Another serious concern arises from what are known as off-target events. After its discovery, researchers found that the CRISPR/Cas9 complex sometimes bonds to and cuts the target DNA at unintended locations. Particularly when dealing with human cells, they found that sometimes as many as five nucleotides were mismatched between the guide and target DNA. What might the consequences be if a DNA segment is improperly cut and put back together? What sorts of effects could this cause, both immediately and further down the road for heritable traits? Experimenting with plants or mouse bacteria in a controlled laboratory environment is one thing, but what is the acceptable level of error if and when researchers begin experimenting with a tool that cuts up a person’s DNA? If an error is in fact made, is there any potential way to fix the mistake?

So we have planet-scale problems, ingenious solutions. Instead of feeling paralysis or resignation we should accept Peter Thiel’s challenge to find the big breakthroughs, 0 to 1 intensive progress:

Progress comes in two flavors: horizontal/extensive and vertical/intensive. Horizontal or extensive progress basically means copying things that work. In one word, it means simply “globalization.” Consider what China will be like in 50 years. The safe bet is it will be a lot like the United States is now. Cities will be copied, cars will be copied, and rail systems will be copied. Maybe some steps will be skipped. But it’s copying all the same.

Vertical or intensive progress, by contrast, means doing new things. The single word for this is “technology.” Intensive progress involves going from 0 to 1 (not simply the 1 to n of globalization). We see much of our vertical progress come from places like California, and specifically Silicon Valley. But there is every reason to question whether we have enough of it. Indeed, most people seem to focus almost entirely on globalization instead of technology; speaking of “developed” versus “developing nations” is implicitly bearish about technology because it implies some convergence to the “developed” status quo. As a society, we seem to believe in a sort of technological end of history, almost by default.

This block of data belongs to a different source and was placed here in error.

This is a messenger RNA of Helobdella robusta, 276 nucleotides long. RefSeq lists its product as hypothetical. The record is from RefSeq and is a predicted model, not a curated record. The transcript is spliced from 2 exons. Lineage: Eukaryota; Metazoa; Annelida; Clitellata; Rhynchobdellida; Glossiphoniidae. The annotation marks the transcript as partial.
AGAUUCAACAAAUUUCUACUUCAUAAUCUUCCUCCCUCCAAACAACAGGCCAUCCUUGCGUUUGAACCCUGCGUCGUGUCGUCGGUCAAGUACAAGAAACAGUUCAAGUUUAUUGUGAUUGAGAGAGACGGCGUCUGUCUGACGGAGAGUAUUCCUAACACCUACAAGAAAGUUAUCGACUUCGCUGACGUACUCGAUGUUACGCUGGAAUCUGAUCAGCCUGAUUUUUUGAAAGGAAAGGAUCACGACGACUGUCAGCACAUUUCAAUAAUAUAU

It’s worth noting that globalization and technology do have some interplay; we shouldn’t falsely dichotomize them. Consider resource constraints as a 1 to n subproblem. Maybe not everyone can have a car because that would be environmentally catastrophic. If 1 to n is so blocked, only 0 to 1 solutions can help. Technological development is thus crucially important, even if all we really care about is globalization.

…Maybe we focus so much on going from 1 to because that’s easier to do. There’s little doubt that going from 0 to 1 is qualitatively different, and almost always harder, than copying something times. And even trying to achieve vertical, 0 to 1 progress presents the challenge of exceptionalism; any founder or inventor doing something new must wonder: am I sane? Or am I crazy?

From Blake Masters notes

 

 

LARPing

“For employees (campaign staff), there is an opportunity for live-action roleplaying (LARPing) disruption instead of actually taking the existential risks of disrupting. LARPing disruption is fun..Don’t mistake LARPing disruption for the real thing.Venkatesh Rao on “Software Adoption Bullshit” via Ribbonfarm newsletter

“The High Modernists claimed to be about figuring out the most efficient and high-tech way of doing things, but most of them knew little relevant math or science and were basically just LARPing being rational by placing things in evenly-spaced rectangular grids.” Review of “Seeing Like A State” by Scott Alexander

I first internalized the meaning of this phrase when I saw it in the Ribbonfarm newsletter above.

LARPing suddenly crystallized and gave a name to a phenomenon I have witnessed my whole life: people playing roles as though they were in a solipsistic theater, rather than living their roles.

LARPing is common amongst the wealthy, where dilettantism is endemic. I know of entire companies that exist merely to provide a realistic LARPing set for someone to play CEO / Founder, with sometimes hundreds of employees cast as actors in their personal drama.

It reminds me of the old vituperative “poseur“, but LARPing is more collaborative. You need a cast to play along. It is group or collective posing.

 

 

Amazon’s Leadership Principles

Jeff Bezos recent shareholder newsletter has received much praise in the tech press. Inc drew special attention to his principle of “Disagree and commit.”

When I read the article, this principle felt familiar to me, then I remembered where I had seen it before. It is the 13th Amazon Leadership Principle:

“Have Backbone; Disagree and Commit